Having summarized the teachings of Jesus about the kingdom of heaven, we are permitted to narrate certain later ideas which became attached to the concept of the kingdom and to engage in a prophetic forecast of the kingdom as it may evolve in the age to come.
Throughout the first centuries of the Christian propaganda, the idea of the kingdom of heaven was tremendously influenced by the then rapidly spreading notions of Greek idealism, the idea of the natural as the shadow of the spiritual—the temporal as the time shadow of the eternal.
But the great step which marked the transplantation of the teachings of Jesus from a Jewish to a gentile soil was taken when the Messiah of the kingdom became the Redeemer of the church, a religious and social organization growing out of the activities of Paul and his successors and based on the teachings of Jesus as they were supplemented by the ideas of Philo and the Persian doctrines of good and evil.
The ideas and ideals of Jesus, embodied in the teaching of the gospel of the kingdom, nearly failed of realization as his followers progressively distorted his pronouncements. The Master’s concept of the kingdom was notably modified by two great tendencies:
1. The Jewish believers persisted in regarding him as the Messiah. They believed that Jesus would very soon return actually to establish the world-wide and more or less material kingdom.
2. The gentile Christians began very early to accept the doctrines of Paul, which led increasingly to the general belief that Jesus was the Redeemer of the children of the church, the new and institutional successor of the earlier concept of the purely spiritual brotherhood of the kingdom.
The church, as a social outgrowth of the kingdom, would have been wholly natural and even desirable. The evil of the church was not its existence, but rather that it almost completely supplanted the Jesus concept of the kingdom. Paul’s institutionalized church became a virtual substitute for the kingdom of heaven which Jesus had proclaimed.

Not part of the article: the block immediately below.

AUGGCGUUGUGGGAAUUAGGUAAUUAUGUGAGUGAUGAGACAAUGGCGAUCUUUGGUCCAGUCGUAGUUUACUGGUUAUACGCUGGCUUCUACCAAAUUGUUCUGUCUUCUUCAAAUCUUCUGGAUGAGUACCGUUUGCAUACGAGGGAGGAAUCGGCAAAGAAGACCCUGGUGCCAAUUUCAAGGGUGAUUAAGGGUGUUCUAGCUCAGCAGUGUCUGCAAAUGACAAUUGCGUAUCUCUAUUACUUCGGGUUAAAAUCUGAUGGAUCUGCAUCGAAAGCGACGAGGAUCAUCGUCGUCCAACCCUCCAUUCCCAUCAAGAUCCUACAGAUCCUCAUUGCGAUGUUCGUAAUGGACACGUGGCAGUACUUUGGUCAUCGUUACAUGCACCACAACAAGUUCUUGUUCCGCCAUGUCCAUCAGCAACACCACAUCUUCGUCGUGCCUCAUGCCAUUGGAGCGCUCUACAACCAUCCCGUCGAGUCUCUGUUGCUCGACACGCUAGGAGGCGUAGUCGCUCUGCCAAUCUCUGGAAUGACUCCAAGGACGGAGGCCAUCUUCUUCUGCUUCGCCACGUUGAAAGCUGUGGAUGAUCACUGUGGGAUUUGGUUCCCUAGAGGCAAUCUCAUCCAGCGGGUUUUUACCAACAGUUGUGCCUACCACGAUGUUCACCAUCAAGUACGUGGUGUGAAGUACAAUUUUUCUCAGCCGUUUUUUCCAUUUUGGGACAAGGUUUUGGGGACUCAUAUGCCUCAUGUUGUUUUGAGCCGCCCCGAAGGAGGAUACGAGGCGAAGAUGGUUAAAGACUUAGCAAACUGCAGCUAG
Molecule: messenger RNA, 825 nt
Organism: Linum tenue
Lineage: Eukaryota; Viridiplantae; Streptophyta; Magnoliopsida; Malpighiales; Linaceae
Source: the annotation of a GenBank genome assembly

But doubt not, this same kingdom of heaven which the Master taught exists within the heart of the believer, will yet be proclaimed to this Christian church, even as to all other religions, races, and nations on earth—even to every individual.
The kingdom of Jesus’ teaching, the spiritual ideal of individual righteousness and the concept of man’s divine fellowship with God, became gradually submerged into the mystic conception of the person of Jesus as the Redeemer-Creator and spiritual head of a socialized religious community. In this way a formal and institutional church became the substitute for the individually spirit-led brotherhood of the kingdom.
The church was an inevitable and useful social result of Jesus’ life and teachings; the tragedy consisted in the fact that this social reaction to the teachings of the kingdom so fully displaced the spiritual concept of the real kingdom as Jesus taught and lived it.
The kingdom, to the Jews, was the Israelite community; to the gentiles it became the Christian church. To Jesus the kingdom was the sum of those individuals who had confessed their faith in the fatherhood of God, thereby declaring their wholehearted dedication to the doing of the will of God, thus becoming members of the spiritual brotherhood of man.
The Master fully realized that certain social results would appear in the world as a consequence of the spread of the gospel of the kingdom; but he intended that all such desirable social manifestations should appear as unconscious and inevitable outgrowths, or natural fruits, of this inner personal experience of individual believers, this purely spiritual fellowship and communion with the divine spirit which indwells and activates all such believers.
Jesus foresaw that a social organization, or church, would follow the progress of the true spiritual kingdom, and that is why he never opposed the apostles’ practicing the rite of John’s baptism. He taught that the truth-loving soul, the one who hungers and thirsts for righteousness, for God, is admitted by faith to the spiritual kingdom; at the same time the apostles taught that such a believer is admitted to the social organization of disciples by the outward rite of baptism.
When Jesus’ immediate followers recognized their partial failure to realize his ideal of the establishment of the kingdom in the hearts of men by the spirit’s domination and guidance of the individual believer, they set about to save his teaching from being wholly lost by substituting for the Master’s ideal of the kingdom the gradual creation of a visible social organization, the Christian church. And when they had accomplished this program of substitution, in order to maintain consistency and to provide for the recognition of the Master’s teaching regarding the fact of the kingdom, they proceeded to set the kingdom off into the future. The church, just as soon as it was well established, began to teach that the kingdom was in reality to appear at the culmination of the Christian age, at the second coming of Christ.